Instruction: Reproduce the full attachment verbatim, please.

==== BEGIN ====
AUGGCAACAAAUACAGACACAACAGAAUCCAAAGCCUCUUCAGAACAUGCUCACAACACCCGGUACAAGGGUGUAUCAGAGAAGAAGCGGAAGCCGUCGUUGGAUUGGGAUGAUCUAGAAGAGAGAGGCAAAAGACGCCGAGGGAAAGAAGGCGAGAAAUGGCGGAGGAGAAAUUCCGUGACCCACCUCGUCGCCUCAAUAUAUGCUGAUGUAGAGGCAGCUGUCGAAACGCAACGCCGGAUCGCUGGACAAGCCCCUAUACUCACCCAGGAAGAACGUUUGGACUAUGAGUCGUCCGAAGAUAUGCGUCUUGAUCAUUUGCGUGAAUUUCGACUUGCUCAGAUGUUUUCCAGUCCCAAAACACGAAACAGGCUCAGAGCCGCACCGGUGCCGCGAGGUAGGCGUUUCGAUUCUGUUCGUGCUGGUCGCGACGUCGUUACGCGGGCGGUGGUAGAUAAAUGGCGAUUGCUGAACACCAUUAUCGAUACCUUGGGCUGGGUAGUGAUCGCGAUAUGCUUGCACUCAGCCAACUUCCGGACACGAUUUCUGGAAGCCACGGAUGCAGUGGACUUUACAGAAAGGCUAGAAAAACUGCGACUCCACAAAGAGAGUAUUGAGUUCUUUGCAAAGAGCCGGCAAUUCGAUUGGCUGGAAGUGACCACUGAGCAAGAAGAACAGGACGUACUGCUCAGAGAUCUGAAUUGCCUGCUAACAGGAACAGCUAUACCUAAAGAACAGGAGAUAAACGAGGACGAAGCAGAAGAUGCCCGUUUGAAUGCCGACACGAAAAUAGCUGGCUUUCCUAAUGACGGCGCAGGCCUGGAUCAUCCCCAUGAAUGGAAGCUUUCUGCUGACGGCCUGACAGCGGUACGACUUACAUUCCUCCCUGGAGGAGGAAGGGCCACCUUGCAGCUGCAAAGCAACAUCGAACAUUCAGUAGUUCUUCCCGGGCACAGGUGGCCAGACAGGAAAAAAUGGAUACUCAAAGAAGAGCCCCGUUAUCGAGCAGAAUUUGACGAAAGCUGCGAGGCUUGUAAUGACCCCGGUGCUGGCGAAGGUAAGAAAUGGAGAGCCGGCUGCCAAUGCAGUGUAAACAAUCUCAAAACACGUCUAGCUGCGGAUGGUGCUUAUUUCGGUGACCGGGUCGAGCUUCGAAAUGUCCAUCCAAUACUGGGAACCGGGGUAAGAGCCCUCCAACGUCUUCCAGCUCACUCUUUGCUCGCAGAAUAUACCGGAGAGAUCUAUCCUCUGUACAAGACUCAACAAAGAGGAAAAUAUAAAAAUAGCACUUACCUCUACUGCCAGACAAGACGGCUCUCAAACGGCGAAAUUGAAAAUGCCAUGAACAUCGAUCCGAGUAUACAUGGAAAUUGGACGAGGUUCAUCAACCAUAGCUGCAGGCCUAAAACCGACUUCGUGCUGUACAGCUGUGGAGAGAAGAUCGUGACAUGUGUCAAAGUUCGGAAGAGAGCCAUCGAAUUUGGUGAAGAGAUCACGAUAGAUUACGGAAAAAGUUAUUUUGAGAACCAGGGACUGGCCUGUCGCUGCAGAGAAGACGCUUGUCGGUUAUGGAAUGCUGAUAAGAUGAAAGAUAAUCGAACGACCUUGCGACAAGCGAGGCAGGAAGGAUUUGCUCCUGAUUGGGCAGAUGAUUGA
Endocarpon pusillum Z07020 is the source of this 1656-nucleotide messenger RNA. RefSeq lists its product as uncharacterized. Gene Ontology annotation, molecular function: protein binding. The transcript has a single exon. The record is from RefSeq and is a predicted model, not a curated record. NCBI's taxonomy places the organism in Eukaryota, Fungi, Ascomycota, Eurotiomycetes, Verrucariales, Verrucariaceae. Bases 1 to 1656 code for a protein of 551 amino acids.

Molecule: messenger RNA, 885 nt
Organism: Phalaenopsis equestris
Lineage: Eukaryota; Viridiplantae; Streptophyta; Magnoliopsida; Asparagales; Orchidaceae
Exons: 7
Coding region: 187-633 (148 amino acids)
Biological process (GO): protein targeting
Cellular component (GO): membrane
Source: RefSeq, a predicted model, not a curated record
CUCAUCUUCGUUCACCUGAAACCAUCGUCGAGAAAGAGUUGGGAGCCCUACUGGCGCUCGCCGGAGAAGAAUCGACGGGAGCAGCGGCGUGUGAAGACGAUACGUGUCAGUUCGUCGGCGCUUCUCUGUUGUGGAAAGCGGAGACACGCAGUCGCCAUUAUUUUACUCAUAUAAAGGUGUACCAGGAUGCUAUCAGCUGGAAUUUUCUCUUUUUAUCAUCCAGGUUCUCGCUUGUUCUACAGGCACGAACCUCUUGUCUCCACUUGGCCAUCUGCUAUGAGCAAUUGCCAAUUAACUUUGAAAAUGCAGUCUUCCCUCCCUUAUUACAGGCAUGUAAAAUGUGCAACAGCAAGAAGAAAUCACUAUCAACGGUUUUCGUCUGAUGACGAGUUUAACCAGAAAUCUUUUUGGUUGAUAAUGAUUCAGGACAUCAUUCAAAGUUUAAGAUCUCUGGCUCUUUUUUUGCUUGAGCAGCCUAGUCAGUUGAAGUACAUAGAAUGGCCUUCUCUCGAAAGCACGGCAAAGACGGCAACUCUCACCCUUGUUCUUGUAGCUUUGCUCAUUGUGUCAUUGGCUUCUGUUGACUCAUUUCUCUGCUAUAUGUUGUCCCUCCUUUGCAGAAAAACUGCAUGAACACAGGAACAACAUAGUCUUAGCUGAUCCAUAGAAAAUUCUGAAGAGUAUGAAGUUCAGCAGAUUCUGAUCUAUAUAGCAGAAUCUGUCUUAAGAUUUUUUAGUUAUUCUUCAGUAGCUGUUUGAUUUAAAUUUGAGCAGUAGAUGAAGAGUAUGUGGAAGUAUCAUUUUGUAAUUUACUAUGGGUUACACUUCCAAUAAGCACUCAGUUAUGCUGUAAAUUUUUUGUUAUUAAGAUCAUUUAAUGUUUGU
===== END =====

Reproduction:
AUGGCAACAAAUACAGACACAACAGAAUCCAAAGCCUCUUCAGAACAUGCUCACAACACCCGGUACAAGGGUGUAUCAGAGAAGAAGCGGAAGCCGUCGUUGGAUUGGGAUGAUCUAGAAGAGAGAGGCAAAAGACGCCGAGGGAAAGAAGGCGAGAAAUGGCGGAGGAGAAAUUCCGUGACCCACCUCGUCGCCUCAAUAUAUGCUGAUGUAGAGGCAGCUGUCGAAACGCAACGCCGGAUCGCUGGACAAGCCCCUAUACUCACCCAGGAAGAACGUUUGGACUAUGAGUCGUCCGAAGAUAUGCGUCUUGAUCAUUUGCGUGAAUUUCGACUUGCUCAGAUGUUUUCCAGUCCCAAAACACGAAACAGGCUCAGAGCCGCACCGGUGCCGCGAGGUAGGCGUUUCGAUUCUGUUCGUGCUGGUCGCGACGUCGUUACGCGGGCGGUGGUAGAUAAAUGGCGAUUGCUGAACACCAUUAUCGAUACCUUGGGCUGGGUAGUGAUCGCGAUAUGCUUGCACUCAGCCAACUUCCGGACACGAUUUCUGGAAGCCACGGAUGCAGUGGACUUUACAGAAAGGCUAGAAAAACUGCGACUCCACAAAGAGAGUAUUGAGUUCUUUGCAAAGAGCCGGCAAUUCGAUUGGCUGGAAGUGACCACUGAGCAAGAAGAACAGGACGUACUGCUCAGAGAUCUGAAUUGCCUGCUAACAGGAACAGCUAUACCUAAAGAACAGGAGAUAAACGAGGACGAAGCAGAAGAUGCCCGUUUGAAUGCCGACACGAAAAUAGCUGGCUUUCCUAAUGACGGCGCAGGCCUGGAUCAUCCCCAUGAAUGGAAGCUUUCUGCUGACGGCCUGACAGCGGUACGACUUACAUUCCUCCCUGGAGGAGGAAGGGCCACCUUGCAGCUGCAAAGCAACAUCGAACAUUCAGUAGUUCUUCCCGGGCACAGGUGGCCAGACAGGAAAAAAUGGAUACUCAAAGAAGAGCCCCGUUAUCGAGCAGAAUUUGACGAAAGCUGCGAGGCUUGUAAUGACCCCGGUGCUGGCGAAGGUAAGAAAUGGAGAGCCGGCUGCCAAUGCAGUGUAAACAAUCUCAAAACACGUCUAGCUGCGGAUGGUGCUUAUUUCGGUGACCGGGUCGAGCUUCGAAAUGUCCAUCCAAUACUGGGAACCGGGGUAAGAGCCCUCCAACGUCUUCCAGCUCACUCUUUGCUCGCAGAAUAUACCGGAGAGAUCUAUCCUCUGUACAAGACUCAACAAAGAGGAAAAUAUAAAAAUAGCACUUACCUCUACUGCCAGACAAGACGGCUCUCAAACGGCGAAAUUGAAAAUGCCAUGAACAUCGAUCCGAGUAUACAUGGAAAUUGGACGAGGUUCAUCAACCAUAGCUGCAGGCCUAAAACCGACUUCGUGCUGUACAGCUGUGGAGAGAAGAUCGUGACAUGUGUCAAAGUUCGGAAGAGAGCCAUCGAAUUUGGUGAAGAGAUCACGAUAGAUUACGGAAAAAGUUAUUUUGAGAACCAGGGACUGGCCUGUCGCUGCAGAGAAGACGCUUGUCGGUUAUGGAAUGCUGAUAAGAUGAAAGAUAAUCGAACGACCUUGCGACAAGCGAGGCAGGAAGGAUUUGCUCCUGAUUGGGCAGAUGAUUGA
Endocarpon pusillum Z07020 is the source of this 1656-nucleotide messenger RNA. RefSeq lists its product as uncharacterized. Gene Ontology annotation, molecular function: protein binding. The transcript has a single exon. The record is from RefSeq and is a predicted model, not a curated record. NCBI's taxonomy places the organism in Eukaryota, Fungi, Ascomycota, Eurotiomycetes, Verrucariales, Verrucariaceae. Bases 1 to 1656 code for a protein of 551 amino acids.

Molecule: messenger RNA, 885 nt
Organism: Phalaenopsis equestris
Lineage: Eukaryota; Viridiplantae; Streptophyta; Magnoliopsida; Asparagales; Orchidaceae
Exons: 7
Coding region: 187-633 (148 amino acids)
Biological process (GO): protein targeting
Cellular component (GO): membrane
Source: RefSeq, a predicted model, not a curated record
CUCAUCUUCGUUCACCUGAAACCAUCGUCGAGAAAGAGUUGGGAGCCCUACUGGCGCUCGCCGGAGAAGAAUCGACGGGAGCAGCGGCGUGUGAAGACGAUACGUGUCAGUUCGUCGGCGCUUCUCUGUUGUGGAAAGCGGAGACACGCAGUCGCCAUUAUUUUACUCAUAUAAAGGUGUACCAGGAUGCUAUCAGCUGGAAUUUUCUCUUUUUAUCAUCCAGGUUCUCGCUUGUUCUACAGGCACGAACCUCUUGUCUCCACUUGGCCAUCUGCUAUGAGCAAUUGCCAAUUAACUUUGAAAAUGCAGUCUUCCCUCCCUUAUUACAGGCAUGUAAAAUGUGCAACAGCAAGAAGAAAUCACUAUCAACGGUUUUCGUCUGAUGACGAGUUUAACCAGAAAUCUUUUUGGUUGAUAAUGAUUCAGGACAUCAUUCAAAGUUUAAGAUCUCUGGCUCUUUUUUUGCUUGAGCAGCCUAGUCAGUUGAAGUACAUAGAAUGGCCUUCUCUCGAAAGCACGGCAAAGACGGCAACUCUCACCCUUGUUCUUGUAGCUUUGCUCAUUGUGUCAUUGGCUUCUGUUGACUCAUUUCUCUGCUAUAUGUUGUCCCUCCUUUGCAGAAAAACUGCAUGAACACAGGAACAACAUAGUCUUAGCUGAUCCAUAGAAAAUUCUGAAGAGUAUGAAGUUCAGCAGAUUCUGAUCUAUAUAGCAGAAUCUGUCUUAAGAUUUUUUAGUUAUUCUUCAGUAGCUGUUUGAUUUAAAUUUGAGCAGUAGAUGAAGAGUAUGUGGAAGUAUCAUUUUGUAAUUUACUAUGGGUUACACUUCCAAUAAGCACUCAGUUAUGCUGUAAAUUUUUUGUUAUUAAGAUCAUUUAAUGUUUGU